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Most economists and investors expected a continuation of the consumer confidence index around the 106 mark in July. After rising for three months in a row, the Consumer Confidence Index reached a three-year high of 106.2 in June, but then fell by three points to 103.2 in July.
Consumer confidence is a powerful forecast of consumption spending. As such, economic analysts carefully watch this number and how it varies from month to month. The more confident consumers are, the higher consumption is likely to be for any given level of GDP. This most recent report of a decrease in confidence could signal a reduction in consumer spending in the near future. However, the July fall in the index, although unexpected, is still considered to be a solid level of confidence. The dip was "no cause for concern," said Lynn Franco, director of the Consumer Research Center. "The overall state of the economy remains healthy and consumers' outlook suggests no storm clouds on the short-term horizon. Even the steady upward tick of fuel prices at the pump has done relatively little to dampen consumers' spirits."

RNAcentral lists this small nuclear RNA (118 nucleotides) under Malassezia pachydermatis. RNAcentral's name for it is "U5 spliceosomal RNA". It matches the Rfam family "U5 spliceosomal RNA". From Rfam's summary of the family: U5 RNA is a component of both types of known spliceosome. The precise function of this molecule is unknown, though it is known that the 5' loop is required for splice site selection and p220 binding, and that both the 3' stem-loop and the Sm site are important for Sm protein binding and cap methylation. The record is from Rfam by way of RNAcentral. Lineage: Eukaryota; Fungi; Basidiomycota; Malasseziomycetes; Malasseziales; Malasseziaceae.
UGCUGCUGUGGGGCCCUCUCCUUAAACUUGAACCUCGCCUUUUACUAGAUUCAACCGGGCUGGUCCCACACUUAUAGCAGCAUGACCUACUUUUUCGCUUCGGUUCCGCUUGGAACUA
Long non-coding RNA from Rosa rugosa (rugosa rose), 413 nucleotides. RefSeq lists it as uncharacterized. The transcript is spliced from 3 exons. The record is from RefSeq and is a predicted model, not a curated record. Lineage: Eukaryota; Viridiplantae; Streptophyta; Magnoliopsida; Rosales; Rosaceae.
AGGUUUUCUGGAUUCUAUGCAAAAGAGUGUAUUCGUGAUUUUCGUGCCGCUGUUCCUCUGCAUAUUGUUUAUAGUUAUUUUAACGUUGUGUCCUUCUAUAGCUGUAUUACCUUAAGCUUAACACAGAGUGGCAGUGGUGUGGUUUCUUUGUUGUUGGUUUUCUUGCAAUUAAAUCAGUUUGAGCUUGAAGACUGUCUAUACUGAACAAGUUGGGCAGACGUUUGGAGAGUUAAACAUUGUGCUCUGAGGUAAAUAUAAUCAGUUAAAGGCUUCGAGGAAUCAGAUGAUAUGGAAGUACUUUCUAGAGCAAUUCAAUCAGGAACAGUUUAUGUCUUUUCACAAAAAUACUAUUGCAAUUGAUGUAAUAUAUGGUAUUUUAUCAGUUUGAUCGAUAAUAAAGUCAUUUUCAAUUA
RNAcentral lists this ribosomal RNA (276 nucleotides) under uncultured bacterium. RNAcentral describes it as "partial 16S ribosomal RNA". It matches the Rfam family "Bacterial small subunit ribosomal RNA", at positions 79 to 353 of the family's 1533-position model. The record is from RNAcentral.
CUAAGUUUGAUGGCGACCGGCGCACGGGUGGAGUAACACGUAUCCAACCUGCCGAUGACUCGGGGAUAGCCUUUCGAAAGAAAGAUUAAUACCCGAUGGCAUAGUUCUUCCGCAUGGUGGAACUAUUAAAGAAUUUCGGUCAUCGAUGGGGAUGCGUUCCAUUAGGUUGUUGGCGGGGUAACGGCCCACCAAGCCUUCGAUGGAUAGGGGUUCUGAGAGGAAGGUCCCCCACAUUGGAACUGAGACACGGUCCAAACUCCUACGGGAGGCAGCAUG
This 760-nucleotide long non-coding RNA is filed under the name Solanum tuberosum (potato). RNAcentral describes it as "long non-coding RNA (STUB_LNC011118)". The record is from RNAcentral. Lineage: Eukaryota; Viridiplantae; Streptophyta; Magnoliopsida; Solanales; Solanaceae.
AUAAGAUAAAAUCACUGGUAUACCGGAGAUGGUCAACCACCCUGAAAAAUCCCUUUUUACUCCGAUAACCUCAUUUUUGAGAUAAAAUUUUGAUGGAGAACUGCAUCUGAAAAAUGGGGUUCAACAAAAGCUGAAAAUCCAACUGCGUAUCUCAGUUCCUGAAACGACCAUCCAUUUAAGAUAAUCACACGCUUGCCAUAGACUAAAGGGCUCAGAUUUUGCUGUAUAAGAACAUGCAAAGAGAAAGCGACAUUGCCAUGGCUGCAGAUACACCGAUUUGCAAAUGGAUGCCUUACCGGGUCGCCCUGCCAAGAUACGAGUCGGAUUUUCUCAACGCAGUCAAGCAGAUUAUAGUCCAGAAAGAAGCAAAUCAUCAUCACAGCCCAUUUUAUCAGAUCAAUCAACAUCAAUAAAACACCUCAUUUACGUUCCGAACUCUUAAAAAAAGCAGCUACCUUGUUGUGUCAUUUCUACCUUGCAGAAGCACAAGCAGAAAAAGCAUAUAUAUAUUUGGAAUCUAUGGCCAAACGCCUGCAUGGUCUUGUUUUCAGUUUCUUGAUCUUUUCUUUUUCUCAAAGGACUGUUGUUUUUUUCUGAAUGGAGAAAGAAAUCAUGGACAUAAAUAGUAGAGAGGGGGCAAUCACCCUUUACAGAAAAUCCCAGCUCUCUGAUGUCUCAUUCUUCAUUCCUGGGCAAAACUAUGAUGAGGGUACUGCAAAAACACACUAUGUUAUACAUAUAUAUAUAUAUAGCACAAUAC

Other news in the economy, including the continuing high level of oil prices and higher housing prices, explains some of the downturn in consumer confidence. "There was enough bad economic news this month to justify a slight dip in consumer confidence," said Mark Vitner, senior economist at Wachovia Bank. Lynn Franco added that "… while there is little to suggest a downturn in activity, there is also little to suggest a pickup."
The Conference Board's indexes are based on surveys of 5,000 households that participate in consumer research panels. The latest report is from about 2,500 responses that have been received so far in July. The report will be revised as additional responses are received.